as a blanket statement.

There seem to me to be three possibilities vis a vis the woman in
question:

a) she is an eshes ish;
b) she is a Jewish penuya; or
c) she is a goya.

Even if you hold that shaking hands is (or may be) derech chiba, on
what basis could you say yaharog ve'al ya'avor in the case of b) or c)
- especially given the whole discussion on 75a making the distinction
between a) and b) at least in a yaharog ve'al ya'avor type case (which
is also identified as being post beis hamikdash)?

And thinking further about all of this - what is the basis of the issur
in c) bichlal? Isn't it a d'rabbanan that makes touching a goya the
same as touching a nida? Is not kovod habrios usually held to overrule
d'rabbanans?

Question: if a frum Jewish man were to be faced with a stam woman in
the US, would you not have sfek sfeka, in that, there is a safek whether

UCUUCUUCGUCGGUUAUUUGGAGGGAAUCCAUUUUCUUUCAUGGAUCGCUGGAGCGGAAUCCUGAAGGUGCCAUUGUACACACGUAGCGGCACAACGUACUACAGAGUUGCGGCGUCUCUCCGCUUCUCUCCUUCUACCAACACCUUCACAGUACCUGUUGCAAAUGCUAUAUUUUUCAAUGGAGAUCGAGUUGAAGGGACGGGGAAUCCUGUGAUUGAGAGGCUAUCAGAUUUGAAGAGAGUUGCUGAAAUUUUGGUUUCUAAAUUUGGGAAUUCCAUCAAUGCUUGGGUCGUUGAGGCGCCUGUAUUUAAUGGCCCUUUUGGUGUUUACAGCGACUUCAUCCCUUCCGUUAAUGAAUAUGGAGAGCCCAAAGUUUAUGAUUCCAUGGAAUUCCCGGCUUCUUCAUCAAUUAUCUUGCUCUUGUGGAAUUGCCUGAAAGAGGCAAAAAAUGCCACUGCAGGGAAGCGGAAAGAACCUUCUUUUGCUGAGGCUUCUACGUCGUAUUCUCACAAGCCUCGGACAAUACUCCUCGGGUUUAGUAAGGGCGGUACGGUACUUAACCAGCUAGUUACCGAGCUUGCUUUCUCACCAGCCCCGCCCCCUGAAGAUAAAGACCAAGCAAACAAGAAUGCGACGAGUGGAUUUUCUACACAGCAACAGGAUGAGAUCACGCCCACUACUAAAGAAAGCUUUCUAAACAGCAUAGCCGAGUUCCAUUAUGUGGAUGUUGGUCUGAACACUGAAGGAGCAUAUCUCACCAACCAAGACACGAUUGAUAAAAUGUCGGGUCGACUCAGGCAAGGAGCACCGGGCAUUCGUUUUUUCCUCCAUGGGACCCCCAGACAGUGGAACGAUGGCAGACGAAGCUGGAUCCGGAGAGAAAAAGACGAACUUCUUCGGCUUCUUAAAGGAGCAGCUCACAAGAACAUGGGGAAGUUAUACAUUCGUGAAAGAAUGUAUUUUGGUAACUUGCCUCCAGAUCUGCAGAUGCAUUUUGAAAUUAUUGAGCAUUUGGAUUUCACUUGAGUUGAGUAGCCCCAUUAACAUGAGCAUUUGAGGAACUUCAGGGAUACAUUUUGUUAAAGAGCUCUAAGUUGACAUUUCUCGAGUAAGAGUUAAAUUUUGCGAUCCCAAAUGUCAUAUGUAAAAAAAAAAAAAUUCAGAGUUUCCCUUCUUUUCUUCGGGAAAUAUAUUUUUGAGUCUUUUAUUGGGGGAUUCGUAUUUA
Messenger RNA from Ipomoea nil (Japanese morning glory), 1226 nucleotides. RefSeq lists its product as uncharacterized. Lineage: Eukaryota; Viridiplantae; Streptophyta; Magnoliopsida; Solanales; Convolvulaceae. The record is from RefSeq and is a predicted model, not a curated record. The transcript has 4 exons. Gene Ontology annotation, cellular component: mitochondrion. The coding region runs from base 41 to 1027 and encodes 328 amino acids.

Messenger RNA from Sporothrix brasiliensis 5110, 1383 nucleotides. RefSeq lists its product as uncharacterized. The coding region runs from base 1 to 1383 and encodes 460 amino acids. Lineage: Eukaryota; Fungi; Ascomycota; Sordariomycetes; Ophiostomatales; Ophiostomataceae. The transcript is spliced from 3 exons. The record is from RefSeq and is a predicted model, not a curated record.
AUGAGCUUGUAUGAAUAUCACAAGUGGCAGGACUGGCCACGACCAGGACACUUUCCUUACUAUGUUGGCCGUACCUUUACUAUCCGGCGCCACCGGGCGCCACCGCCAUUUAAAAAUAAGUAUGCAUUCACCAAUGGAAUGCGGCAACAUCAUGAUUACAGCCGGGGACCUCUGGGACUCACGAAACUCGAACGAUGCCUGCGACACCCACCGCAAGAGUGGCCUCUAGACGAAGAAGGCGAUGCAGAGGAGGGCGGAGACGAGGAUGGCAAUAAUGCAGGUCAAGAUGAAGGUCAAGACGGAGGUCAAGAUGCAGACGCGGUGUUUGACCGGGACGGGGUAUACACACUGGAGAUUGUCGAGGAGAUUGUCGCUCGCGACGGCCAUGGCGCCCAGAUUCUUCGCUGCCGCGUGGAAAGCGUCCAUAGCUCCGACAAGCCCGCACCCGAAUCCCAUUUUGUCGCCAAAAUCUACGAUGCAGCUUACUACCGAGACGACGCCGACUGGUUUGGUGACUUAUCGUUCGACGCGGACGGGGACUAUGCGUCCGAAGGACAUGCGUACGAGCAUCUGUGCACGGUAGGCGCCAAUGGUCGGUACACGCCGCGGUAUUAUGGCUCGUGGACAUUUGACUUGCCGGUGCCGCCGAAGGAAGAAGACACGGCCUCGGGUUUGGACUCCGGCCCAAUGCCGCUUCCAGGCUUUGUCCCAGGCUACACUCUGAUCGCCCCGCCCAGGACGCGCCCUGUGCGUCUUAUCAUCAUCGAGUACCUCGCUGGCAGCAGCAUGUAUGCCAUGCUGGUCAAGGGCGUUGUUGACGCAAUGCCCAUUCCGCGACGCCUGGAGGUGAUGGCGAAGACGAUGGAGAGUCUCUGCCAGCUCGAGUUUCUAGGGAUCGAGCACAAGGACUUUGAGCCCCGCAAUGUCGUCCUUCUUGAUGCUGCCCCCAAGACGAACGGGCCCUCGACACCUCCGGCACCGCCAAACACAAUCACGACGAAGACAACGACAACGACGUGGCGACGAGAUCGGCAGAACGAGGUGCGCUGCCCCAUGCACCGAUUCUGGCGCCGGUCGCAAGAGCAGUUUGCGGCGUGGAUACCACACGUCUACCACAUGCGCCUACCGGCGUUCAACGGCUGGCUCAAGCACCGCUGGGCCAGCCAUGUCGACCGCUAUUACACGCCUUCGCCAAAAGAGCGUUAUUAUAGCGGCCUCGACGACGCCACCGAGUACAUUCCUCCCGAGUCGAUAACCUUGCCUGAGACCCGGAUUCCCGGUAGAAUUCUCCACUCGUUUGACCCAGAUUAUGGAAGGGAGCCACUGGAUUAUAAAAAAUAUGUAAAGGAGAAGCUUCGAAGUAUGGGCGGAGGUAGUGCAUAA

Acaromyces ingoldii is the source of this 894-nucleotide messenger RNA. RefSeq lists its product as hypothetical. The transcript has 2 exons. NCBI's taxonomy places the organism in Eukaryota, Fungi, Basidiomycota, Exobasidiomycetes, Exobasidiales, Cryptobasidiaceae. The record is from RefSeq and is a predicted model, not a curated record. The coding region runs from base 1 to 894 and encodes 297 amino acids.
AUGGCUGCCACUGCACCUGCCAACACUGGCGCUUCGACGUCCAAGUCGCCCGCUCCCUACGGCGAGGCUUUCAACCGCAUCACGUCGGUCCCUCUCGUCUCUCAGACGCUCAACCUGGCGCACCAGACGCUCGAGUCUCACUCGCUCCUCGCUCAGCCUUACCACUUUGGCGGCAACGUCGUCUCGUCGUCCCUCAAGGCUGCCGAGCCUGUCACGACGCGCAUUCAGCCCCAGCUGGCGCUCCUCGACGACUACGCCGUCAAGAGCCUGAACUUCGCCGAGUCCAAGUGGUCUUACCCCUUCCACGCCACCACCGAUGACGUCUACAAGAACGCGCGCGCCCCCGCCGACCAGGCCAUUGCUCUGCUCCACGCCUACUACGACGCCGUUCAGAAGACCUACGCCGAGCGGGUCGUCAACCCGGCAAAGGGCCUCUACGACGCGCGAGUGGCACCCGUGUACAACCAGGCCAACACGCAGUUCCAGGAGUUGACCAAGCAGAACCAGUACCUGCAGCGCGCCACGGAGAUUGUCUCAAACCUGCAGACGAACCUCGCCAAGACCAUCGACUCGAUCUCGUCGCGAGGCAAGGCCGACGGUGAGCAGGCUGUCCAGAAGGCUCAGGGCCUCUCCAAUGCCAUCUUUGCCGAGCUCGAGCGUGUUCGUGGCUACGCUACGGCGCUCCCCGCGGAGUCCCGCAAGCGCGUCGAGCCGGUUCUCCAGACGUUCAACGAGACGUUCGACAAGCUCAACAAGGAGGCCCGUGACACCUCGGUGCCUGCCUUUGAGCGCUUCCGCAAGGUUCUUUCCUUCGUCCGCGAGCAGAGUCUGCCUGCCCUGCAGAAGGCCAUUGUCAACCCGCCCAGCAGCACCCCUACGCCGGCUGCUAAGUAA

the woman is Jewish or not (but rov not) as well as there being a safek,
even if she is Jewish whether she is a penuya (and in the US, even is
she is called Mrs Cohen, if she is not frum, that safek must be there,
because rov marriages even between Jews in the US are not in accordance
with halacha). Of course, some of this you may be able to be mevarer,
although not actually that easily these days (and in Israel the rov may
work the other way). That is even leaving aside any safek as to whether
a handshake is derech chiba (assuming in fact, which everybody here seems
to, that we posken like the Rambam on this that touching bederech chiba
is an issur d'orisa).

Regards
Chana
-- 
Chana Luntz


Go to top.

Date: Wed, 27 Nov 2002 09:12:14 +0200
From: "Carl and Adina Sherer" <sherer@actcom.co.il>
Subject:
Re: Rachel's tomb


On 26 Nov 2002 at 1:52, Isaac A Zlochower wrote:
> In his slow journey he first finds, apparently in Beit El, that his
> mother, Rebeccah, has died, and then experiences the death of his beloved,
> Rachel. 

Years ago, when we were still living in Passaic, Adina came home from